They fear calling out bigotry in the black community -- as if tolerating intolerance in any community should be the status quo. They can call out a Falwell or Dobson on homophobia, but not a Willie Wilson, a Creflo Dollar, or Keith Butler in Michigan because they don't want the race card tossed out -- it's easier to let black LGBT citizens twist in the wind and fend for themselves when attacked from within their own community than to deal with discomfort about race.
Black and gay bloggers are, obviously, stepping up to the plate in light of the dearth of public support in the dominant gay/straight culture to address black homobigotry. It's good to see the visibility, and sad that there isn't more blogging in the dominant culture on the many rich bigoted black pastor targets, for instance.
The black community, in many ways, is still in a state of denial about the existence of black LGBT individuals. "Gay," to them, is still largely considered part of white culture only. And it is, in many ways, if you consider the MSM image of what "gay" looks like. It gives these black bigots a pass to remain ignorant, and well, if no one is calling them out on it, why should they confront their hypocrisy?.
Out and visible black LGBT bloggers taking stands makes it impossible for them to get a free pass. We've got to start somewhere. Now who will join us?
Race is a third rail topic in the blogosphere, as I've said many times before. We can endlessly comment on gay issues without a thought, but when it comes to race, clamming up has always been the trend, though. I do hope that here on the Blend you have found it a safe and fair space to discuss the topic, because the goal of civil equality knows no color. We all have to work together, ask the "dumb" questions on race, and get it all out on the table to move forward. The real enemies are the culture warriors who love nothing more than to see us at each others' throats while they slide into elective office and try to remove all of our rights.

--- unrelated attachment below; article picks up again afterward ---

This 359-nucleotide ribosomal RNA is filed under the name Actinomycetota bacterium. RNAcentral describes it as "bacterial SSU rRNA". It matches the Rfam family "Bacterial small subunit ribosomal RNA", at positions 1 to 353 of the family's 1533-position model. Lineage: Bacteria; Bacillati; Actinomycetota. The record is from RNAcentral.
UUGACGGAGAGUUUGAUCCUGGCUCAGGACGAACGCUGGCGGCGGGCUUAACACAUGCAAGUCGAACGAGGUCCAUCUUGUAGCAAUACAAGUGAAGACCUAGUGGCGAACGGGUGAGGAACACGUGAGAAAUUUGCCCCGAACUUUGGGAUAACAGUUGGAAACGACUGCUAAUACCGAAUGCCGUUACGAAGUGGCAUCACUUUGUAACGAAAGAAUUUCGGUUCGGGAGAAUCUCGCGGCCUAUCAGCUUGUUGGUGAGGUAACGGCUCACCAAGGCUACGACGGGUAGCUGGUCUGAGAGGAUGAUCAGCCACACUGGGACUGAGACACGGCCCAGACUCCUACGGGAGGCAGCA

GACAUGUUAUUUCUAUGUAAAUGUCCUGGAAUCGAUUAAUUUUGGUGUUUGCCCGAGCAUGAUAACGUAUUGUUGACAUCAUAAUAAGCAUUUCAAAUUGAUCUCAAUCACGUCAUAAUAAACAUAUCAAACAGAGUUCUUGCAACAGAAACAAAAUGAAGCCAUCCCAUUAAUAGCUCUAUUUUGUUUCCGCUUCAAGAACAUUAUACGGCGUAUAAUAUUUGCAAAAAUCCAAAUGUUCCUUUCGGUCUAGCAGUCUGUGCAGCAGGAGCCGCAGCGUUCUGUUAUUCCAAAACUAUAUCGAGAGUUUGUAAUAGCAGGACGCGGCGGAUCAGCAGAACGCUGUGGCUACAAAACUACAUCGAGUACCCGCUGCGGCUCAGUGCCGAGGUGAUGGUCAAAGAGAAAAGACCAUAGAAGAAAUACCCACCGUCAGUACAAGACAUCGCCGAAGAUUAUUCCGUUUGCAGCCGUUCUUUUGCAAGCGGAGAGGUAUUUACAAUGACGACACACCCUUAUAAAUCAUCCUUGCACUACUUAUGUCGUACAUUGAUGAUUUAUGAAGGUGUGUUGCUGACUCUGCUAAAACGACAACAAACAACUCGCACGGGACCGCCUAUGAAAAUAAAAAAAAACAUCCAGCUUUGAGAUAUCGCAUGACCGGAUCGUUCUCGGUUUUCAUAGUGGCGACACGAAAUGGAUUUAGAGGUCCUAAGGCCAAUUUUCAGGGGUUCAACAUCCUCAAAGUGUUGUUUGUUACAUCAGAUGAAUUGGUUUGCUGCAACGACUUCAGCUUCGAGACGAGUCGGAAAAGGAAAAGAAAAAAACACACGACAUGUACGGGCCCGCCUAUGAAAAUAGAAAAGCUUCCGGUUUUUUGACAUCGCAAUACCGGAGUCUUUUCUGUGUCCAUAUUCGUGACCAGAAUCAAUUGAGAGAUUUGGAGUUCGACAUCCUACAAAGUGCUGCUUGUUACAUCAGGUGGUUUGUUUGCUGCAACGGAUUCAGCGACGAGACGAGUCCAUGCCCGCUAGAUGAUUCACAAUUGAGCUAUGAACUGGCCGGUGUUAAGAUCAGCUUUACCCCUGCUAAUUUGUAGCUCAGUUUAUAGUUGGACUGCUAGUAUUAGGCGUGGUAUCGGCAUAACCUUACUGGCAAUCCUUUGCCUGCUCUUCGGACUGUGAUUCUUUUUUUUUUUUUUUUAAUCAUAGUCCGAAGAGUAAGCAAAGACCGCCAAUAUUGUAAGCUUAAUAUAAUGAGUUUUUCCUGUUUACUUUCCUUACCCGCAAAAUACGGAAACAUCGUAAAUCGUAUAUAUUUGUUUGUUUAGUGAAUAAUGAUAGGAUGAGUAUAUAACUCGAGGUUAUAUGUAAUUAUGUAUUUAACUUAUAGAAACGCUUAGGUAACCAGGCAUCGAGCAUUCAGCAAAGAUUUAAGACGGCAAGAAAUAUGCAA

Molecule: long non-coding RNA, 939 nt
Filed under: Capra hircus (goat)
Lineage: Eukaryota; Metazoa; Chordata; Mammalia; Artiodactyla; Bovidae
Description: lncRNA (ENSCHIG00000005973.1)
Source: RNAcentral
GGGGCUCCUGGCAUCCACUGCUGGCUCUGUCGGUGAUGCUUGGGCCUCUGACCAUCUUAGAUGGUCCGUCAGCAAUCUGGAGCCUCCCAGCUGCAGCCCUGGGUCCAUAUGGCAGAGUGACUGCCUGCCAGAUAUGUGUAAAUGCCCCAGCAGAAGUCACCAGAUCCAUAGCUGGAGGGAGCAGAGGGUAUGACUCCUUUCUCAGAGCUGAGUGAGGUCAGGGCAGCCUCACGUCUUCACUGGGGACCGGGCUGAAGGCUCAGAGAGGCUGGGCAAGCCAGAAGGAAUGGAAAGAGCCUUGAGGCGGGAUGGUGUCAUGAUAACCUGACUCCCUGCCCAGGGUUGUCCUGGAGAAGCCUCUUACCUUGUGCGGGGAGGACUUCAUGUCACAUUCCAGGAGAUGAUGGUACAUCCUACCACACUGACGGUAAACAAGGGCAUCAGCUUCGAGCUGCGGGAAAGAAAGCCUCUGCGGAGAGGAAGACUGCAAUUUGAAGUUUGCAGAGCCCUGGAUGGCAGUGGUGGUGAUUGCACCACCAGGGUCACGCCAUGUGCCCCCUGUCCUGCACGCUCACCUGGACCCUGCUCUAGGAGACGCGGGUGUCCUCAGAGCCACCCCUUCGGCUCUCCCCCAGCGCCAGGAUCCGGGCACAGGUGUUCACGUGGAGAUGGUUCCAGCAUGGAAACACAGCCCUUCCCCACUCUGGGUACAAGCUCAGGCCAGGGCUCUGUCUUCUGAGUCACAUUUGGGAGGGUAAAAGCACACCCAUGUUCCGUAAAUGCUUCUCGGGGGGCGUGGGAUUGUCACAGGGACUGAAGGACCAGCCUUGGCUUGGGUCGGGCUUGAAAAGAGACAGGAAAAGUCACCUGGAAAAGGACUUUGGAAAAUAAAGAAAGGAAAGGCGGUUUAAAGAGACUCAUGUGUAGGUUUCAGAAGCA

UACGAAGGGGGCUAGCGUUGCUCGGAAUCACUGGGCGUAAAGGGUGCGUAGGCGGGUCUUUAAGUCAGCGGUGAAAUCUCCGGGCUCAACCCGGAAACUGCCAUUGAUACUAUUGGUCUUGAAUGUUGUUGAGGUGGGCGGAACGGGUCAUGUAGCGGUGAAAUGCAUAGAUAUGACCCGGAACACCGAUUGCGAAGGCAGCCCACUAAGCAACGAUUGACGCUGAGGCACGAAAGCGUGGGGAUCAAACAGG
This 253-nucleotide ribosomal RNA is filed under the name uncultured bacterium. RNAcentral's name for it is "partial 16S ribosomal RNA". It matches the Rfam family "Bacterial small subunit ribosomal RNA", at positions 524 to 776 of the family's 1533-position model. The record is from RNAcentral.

What do you think is going on right now in the Patricia Todd dustup in Alabama? It's an ugly confrontation with the intersection of race and sexual orientation that is ignoring fairness and logic in favor of tired political race games. Why must an election be in jeopardy of being overturned because the candidate that won isn't the right color (or orientation)? It's a perfect example of why the Right loves a mess like this. Why look -- as the groups who should be allies working together to fight the wingnuts are in a sad battle against each other -- the Freepi are in heaven.